• Steve J

No Healer? No problem!

Updated: Jan 1, 2019


Running a Game without Channeling Healers. A Gaming Tip.


So how do you run a game as a GM or play in a Pathfinder game (or D&D 3.5) when there’s no character dedicated to healing using mass Area of Effect (AoE) heals, such as a cleric or Life oracle with the Channel Energy ability?


This subject has come up with my own gaming groups a few times. Eventually, we found ourselves in this exact scenario when we started a new campaign. No one had created a dedicated AoE healer such as a cleric, and the only character with the ability to do an AoE heal by channeling positive energy was our paladin.


So, what to do? Make one player abandon the class they really want to play and roll up a dedicated channeling healer, instead? No need for that!


The game is certainly still playable and fun in this scenario, but the players need to adapt their play style and tactics, and GMs must also adapt by modifying encounters to ensure they are fair and avoid frequent total party wipe outs, and to provide characters with healing tools and magic items to mitigate the lack of AoE heals since there’s no cleric. GMs might also consider implementing some house rules that pump up the Healing skill, or taking other measures.


As a GM, advise the party they may need to adjust their tactics, and not just charge in every time, relying on channeling heals every round to keep them alive. Also reassure them you will be adjusting encounters to account for the fact that they have little healing. It’s important that they know you’re willing to make these adjustments, or they may not be willing to field a party without a dedicated healer.


Your group may find that playing without a dedicated healer is actually a lot of fun and challenging, as well!


Changing Player Strategies and Tactics


Use some tried and tested old school gaming tactics where clerics didn’t have AoE heals to begin with:

  • Medic! Have characters with the ability to cast cure light/moderate/serious wounds or paladin lay on hands stick close to the melee characters so they deliver timely touch heals when necessary.

  • Craft or buy healing wands, potions and scrolls (cure light/moderate/serious wounds, restoration, neutralize poison, etc.)

  • Use those buff spells and abilities! Buff AC (protection from evil, barkskin, blur, displacement, cat’s grace, shield other), hit points (false life, bear’s endurance), saves, speed (haste, longstrider), combat ability (bard inspiration, bull’s strength, haste, bless, heroism, prayer), etc. Throw invisibility on the rogue to facilitate sneak attacks.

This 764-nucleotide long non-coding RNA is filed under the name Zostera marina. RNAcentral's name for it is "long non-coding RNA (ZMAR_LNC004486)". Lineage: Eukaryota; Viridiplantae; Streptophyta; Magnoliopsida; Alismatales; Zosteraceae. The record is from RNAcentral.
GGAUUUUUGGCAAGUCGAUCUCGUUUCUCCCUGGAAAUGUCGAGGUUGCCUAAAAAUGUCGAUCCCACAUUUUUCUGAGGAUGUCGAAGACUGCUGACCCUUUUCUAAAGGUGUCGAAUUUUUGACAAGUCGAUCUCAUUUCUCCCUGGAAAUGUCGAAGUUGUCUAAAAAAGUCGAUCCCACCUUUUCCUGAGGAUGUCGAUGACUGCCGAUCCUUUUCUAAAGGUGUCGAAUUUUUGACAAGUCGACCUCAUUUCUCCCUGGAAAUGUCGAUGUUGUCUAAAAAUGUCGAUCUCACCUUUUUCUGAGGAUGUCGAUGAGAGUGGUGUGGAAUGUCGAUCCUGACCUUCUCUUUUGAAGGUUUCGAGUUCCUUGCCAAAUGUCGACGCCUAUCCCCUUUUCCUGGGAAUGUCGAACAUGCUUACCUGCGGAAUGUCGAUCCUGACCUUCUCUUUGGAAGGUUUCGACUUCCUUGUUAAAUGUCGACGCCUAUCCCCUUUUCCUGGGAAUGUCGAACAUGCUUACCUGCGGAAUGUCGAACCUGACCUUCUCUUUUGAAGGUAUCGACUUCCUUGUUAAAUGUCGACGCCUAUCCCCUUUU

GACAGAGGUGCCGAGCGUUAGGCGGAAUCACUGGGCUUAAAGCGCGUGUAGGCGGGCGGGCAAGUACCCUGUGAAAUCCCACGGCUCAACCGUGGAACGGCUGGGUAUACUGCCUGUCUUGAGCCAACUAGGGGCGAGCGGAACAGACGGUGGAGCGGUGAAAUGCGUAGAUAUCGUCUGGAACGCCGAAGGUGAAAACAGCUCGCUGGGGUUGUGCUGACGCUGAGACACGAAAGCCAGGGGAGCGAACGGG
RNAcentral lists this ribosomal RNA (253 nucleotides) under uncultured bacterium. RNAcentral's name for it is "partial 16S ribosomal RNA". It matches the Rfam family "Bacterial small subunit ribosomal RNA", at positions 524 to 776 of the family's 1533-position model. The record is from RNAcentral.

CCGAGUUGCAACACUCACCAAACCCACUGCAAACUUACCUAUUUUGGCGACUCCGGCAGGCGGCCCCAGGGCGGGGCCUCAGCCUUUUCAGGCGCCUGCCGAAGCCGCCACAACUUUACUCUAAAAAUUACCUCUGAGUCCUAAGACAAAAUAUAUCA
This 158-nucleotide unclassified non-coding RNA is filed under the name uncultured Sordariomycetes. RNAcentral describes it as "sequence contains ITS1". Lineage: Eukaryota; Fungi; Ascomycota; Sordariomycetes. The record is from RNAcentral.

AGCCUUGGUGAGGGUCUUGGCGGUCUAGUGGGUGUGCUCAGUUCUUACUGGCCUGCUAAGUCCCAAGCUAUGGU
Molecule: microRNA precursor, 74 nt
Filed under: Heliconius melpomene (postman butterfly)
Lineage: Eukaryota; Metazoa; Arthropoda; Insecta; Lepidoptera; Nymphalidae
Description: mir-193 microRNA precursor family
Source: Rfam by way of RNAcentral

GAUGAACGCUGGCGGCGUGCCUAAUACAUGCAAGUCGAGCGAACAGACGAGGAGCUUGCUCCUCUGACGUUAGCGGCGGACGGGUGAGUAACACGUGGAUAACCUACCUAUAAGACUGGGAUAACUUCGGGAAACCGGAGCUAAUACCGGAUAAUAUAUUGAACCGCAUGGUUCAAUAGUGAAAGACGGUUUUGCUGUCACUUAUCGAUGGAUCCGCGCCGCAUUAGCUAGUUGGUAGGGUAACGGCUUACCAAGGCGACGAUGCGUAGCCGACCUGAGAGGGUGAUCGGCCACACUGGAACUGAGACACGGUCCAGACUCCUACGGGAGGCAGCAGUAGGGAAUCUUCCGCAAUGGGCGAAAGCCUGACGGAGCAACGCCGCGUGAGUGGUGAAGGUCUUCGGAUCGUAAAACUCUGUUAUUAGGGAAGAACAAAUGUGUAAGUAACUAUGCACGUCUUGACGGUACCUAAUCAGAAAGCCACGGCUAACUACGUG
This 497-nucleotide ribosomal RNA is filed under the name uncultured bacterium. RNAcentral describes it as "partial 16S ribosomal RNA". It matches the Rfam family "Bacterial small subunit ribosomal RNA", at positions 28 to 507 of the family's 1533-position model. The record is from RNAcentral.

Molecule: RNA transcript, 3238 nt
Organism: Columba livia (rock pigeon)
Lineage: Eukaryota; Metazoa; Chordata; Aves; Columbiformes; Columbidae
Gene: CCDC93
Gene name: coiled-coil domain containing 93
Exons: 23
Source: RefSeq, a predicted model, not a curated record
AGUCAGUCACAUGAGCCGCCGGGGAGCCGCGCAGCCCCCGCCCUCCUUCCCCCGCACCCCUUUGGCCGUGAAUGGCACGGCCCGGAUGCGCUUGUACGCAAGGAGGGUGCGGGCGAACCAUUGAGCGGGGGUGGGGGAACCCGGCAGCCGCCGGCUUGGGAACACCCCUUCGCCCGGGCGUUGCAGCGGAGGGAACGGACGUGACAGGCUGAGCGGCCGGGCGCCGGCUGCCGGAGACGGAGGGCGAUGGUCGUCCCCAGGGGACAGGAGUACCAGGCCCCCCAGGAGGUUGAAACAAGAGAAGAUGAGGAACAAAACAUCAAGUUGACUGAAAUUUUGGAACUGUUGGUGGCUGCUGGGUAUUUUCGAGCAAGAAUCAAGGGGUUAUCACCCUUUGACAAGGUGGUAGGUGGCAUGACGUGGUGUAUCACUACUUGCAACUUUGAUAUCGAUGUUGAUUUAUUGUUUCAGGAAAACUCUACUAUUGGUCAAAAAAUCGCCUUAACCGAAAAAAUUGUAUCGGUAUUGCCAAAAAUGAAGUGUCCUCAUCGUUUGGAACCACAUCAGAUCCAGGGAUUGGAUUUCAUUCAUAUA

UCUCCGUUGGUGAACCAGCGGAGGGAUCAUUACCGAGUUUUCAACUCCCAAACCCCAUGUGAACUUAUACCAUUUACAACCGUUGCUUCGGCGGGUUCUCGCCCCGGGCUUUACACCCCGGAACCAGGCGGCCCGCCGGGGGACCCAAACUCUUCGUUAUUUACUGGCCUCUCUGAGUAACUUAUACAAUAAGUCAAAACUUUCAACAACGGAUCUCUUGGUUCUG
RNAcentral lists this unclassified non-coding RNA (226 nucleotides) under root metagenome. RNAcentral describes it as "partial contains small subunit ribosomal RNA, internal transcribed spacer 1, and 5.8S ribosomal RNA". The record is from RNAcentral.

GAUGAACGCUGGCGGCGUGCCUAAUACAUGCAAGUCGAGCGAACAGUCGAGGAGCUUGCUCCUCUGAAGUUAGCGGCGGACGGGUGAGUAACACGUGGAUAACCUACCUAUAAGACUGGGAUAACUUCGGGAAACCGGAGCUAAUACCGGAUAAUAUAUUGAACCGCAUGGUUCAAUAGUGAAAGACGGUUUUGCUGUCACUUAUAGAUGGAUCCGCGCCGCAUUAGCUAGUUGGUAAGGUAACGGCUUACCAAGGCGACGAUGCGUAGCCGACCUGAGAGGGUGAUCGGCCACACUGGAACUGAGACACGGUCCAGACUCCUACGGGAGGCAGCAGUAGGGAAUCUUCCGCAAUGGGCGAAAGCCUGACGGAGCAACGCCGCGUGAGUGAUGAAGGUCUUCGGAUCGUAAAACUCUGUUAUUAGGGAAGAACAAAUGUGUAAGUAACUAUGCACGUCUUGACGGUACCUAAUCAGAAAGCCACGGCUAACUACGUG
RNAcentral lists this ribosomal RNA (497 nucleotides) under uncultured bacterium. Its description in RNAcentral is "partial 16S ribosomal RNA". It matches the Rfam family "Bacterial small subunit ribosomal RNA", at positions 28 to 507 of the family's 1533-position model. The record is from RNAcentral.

• Debuff the enemy! Hinder them with spells and abilities such as slow, entangle, blindness/deafness, silence, soften earth and stone, spike stones, stinking cloud, fog cloud, sleet storm and witch hexes. Silence can also be placed on a willing party fighter or rogue who then attacks enemy casters in melee, giving them a very bad day indeed.

  • Use battlefield control. A well placed wall of fire/ice/stone, stinking cloud, or entangle between the party and the enemy can save the day. There are plenty of others that work well, too, depending on the situation. Create pit in a dungeon corridor between the party and the enemy can completely stop melee attackers from reaching your front lines, while still allowing your archer or spellcasters to fire ranged attacks.

  • Vampiric touch! Combine this with spectral hand and your arcane caster now has a ranged attack that not only hurts enemies but also grants the caster temporary hit points.He's like his own healer who damages opponents at the same time.

  • Hold person, sleep + coup de grace. Held and sleeping targets are considered helpless, which means that characters have a chance to kill them in one round using a Coup de Grace attack action. Use it well.

  • Hit the enemy from range before closing for melee. If you’ve got a character specialized in archery or some other ranged offensive attacks such as an alchemist or blasting sorcerer, make sure they get plenty of opportunities to do their thing before melee starts.

  • Reach weapons. Your front line fighter/tank and even secondary melee types with reach weapons can give you an edge, allowing you to attack from a safe distance and also increasing the number of potential attacks of opportunities you’ll get to make each round. Just remember to pack a standard weapon for when fighting in close quarters where your reach weapon can’t be used.

  • Gang up on enemies, one at a time. Burn them down, then move on.

  • Flank! Don’t forget to flank with other characters. This is especially important for rogues who rely on Sneak Attack to do significant damage. A summoned monster or animal companion that’s not being ridden can also help other characters by flanking with them.

  • Use tag team melee. If your primary melee characters gets badly wounded and no significant healing is immediately available to them, then have them use the Withdraw action and retreat to a nearby safe square until they can get healed. Another character, animal companion, or summoned monster can take over for them until they are ready to rejoin the fight.

  • Use mounts. They let you move faster and can make their own attacks. A good warhorse has a bite attack plus two hoof attacks.

  • Fight defensively. Not a favorite tactic of anyone, but sometimes necessary, especially if you need to withdraw or retreat.

  • Retreating: Know when and how to run away and live another day. Use the Withdraw maneuver when necessary.

  • Know when to rest and recover.

  • Max out your Heal skill and use it to maximum effect. Provide first aid to stabilize the dying, treat deadly wound to restore a few lost hit points in an hour, and provide long term care to help party members recover extra hit points with each full night’s rest. Buy a healer’s kit


So what other classes can heal?